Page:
New ‘Cost of a Child in Scotland’ research published ahead of final vote on Scottish Budget

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A new report published today has found a huge gap remains between the cost of raising a child in Scotland and actual family incomes, despite the significant impact of Scottish government policies and lower childcare costs.

The report, the latest in a series – commissioned by Child Poverty Action Group in Scotland from the Centre for Research in Social Policy at Loughborough University – builds on calculations which find that across the UK it cost at least £166,000 to bring up a child at a socially acceptable standard of living in 2023.

However, as a result of inflation and the enduring impact of UK benefit cuts families with children who have little or no paid work still receive under half what they need through universal credit and child benefit. In Scotland, the report finds families are benefitting from a range of Holyrood policies, to reduce these costs and to improve incomes.

The Scottish child payment, universal free school meals for all pupils in P1 to P5, best start payments, free bus travel for under 22’s and school clothing grants, alongside cheaper than average childcare,  can reduce the net cost of bringing up a child in Scotland by over a third for low-income families.

For typical out-of-work families in the UK as a whole, social security provides less than half the income needed to meet a socially acceptable standard of living. In Scotland, the additional support and lower costs mean that this shortfall is reduced to around 40 per cent.

The research also finds that working families, whilst  benefitting from lower-cost childcare in Scotland as compared to England, are often still unable to meet the minimum socially acceptable standard of living even if working full -time on the national living wage.

Along with other members of the End Child Poverty coalition, Child Poverty Action Group have sent  a Budget Scorecard briefing to all MSPs ahead of tomorrow’s (Tuesday 27th February) final vote on the Scottish government’s tax and spending plans. In it they say they are “bitterly disappointed” that the draft Scottish Budget for 2024-25 fails to sufficiently build on existing Holyrood support for families. As it stands they say the Budget will at best stall progress on child poverty.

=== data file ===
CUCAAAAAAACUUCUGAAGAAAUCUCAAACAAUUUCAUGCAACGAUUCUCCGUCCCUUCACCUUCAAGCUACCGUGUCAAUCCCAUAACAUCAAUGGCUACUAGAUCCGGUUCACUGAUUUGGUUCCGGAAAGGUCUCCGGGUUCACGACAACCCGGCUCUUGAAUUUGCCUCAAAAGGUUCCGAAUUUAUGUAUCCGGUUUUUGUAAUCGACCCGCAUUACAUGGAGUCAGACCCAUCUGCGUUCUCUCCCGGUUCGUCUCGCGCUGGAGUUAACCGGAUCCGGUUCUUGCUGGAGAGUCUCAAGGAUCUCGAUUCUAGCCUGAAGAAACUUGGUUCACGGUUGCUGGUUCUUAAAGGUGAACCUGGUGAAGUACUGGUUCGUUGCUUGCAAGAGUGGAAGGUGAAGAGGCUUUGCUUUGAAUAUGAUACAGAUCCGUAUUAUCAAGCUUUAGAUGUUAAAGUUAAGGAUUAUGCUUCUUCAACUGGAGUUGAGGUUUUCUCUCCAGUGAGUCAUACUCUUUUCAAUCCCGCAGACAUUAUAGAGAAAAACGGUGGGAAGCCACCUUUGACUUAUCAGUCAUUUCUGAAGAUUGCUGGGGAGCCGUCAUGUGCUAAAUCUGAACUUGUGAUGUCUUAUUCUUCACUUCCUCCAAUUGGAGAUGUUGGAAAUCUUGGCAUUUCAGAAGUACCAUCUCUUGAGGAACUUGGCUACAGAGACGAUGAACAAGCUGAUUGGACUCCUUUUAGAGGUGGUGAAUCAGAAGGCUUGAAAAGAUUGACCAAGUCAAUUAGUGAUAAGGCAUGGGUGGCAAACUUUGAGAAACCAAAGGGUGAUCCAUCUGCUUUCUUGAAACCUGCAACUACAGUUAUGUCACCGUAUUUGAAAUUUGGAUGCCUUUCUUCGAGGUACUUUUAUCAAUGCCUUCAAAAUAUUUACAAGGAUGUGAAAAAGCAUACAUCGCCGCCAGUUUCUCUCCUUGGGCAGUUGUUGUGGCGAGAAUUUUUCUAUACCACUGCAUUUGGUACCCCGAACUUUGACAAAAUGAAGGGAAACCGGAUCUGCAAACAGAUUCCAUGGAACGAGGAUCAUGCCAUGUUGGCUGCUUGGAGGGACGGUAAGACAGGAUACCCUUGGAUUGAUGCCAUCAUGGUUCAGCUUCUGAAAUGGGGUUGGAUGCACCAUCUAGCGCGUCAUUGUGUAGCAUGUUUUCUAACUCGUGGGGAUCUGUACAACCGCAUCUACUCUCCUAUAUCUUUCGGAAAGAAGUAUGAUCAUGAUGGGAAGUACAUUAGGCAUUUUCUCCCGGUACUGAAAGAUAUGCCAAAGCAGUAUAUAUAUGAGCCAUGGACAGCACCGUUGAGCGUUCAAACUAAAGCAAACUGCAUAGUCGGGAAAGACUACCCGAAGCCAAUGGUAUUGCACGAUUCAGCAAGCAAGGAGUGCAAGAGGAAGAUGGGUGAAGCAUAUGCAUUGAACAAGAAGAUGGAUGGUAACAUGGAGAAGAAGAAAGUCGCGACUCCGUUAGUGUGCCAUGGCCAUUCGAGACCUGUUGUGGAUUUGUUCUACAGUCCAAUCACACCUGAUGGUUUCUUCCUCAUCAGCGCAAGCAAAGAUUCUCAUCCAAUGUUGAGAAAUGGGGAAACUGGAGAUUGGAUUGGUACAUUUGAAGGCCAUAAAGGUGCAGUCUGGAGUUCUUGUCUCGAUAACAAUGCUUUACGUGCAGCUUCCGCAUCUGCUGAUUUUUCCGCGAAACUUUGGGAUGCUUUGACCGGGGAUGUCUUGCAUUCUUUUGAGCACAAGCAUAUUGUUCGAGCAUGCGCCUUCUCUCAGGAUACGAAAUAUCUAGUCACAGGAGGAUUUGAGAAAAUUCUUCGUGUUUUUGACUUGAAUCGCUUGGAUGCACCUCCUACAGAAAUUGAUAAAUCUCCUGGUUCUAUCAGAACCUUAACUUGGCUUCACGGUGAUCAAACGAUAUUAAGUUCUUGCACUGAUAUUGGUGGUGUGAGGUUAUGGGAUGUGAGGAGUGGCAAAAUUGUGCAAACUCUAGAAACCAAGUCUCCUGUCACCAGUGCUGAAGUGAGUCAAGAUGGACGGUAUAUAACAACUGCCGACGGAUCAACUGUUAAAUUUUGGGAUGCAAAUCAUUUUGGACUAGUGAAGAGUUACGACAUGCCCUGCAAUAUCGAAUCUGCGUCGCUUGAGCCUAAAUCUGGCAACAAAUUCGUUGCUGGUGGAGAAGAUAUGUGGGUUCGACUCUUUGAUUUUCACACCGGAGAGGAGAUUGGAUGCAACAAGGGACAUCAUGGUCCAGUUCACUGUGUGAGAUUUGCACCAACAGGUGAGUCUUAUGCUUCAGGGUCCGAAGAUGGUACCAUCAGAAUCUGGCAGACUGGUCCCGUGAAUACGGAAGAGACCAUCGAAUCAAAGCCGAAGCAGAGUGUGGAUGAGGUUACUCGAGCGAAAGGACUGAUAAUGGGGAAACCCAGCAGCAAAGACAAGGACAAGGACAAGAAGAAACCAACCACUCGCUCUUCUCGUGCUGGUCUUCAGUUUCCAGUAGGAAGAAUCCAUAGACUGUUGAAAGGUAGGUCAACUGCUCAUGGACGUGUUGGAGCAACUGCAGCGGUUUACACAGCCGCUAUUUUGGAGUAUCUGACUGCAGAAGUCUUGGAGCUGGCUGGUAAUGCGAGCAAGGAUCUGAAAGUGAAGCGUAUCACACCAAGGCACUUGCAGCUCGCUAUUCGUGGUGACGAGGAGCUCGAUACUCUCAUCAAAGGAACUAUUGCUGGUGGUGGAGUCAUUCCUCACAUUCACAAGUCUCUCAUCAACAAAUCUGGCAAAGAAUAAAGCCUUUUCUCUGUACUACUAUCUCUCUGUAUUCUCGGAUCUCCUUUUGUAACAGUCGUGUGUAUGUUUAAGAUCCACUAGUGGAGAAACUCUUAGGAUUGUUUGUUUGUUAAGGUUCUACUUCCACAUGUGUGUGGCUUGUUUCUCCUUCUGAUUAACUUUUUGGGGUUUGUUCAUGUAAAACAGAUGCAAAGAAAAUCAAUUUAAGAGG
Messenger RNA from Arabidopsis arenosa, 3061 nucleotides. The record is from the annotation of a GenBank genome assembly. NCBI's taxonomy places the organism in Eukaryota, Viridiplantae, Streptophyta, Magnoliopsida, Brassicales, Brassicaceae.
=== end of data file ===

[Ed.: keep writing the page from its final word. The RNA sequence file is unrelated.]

The report author, Dr Juliet Stone a Research Fellow at the Centre for Research in Social Policy at Loughborough University, said: “As the cost-of-living crisis continues to severely stretch the incomes of families across the UK, the additional financial support provided to households with children in Scotland, particularly through the Scottish Child Payment, is more important than ever.

“However, even in Scotland the social security system still fails to provide enough for these households to reach a minimum socially acceptable standard of living. Much more needs to be done to protect children and their families from financial hardship.”

John Dickie, Director of the Child Poverty Action Group in Scotland, said: “This important analysis confirms that Scottish government policies that are already in place, not least the Scottish child payment, are making a big difference to families.

“But there is still a huge gap between incomes and the minimum cost of raising a child. The Scottish Budget needs to do far more to plug that gap. Its bitterly disappointing that as yet we have not even seen an increase in the Scottish child payment to the £30 per week that the First Minister said he wanted during his leadership campaign.

“This new analysis shows just how much more is needed to ensure families have an adequate income to give their children a decent start in life.”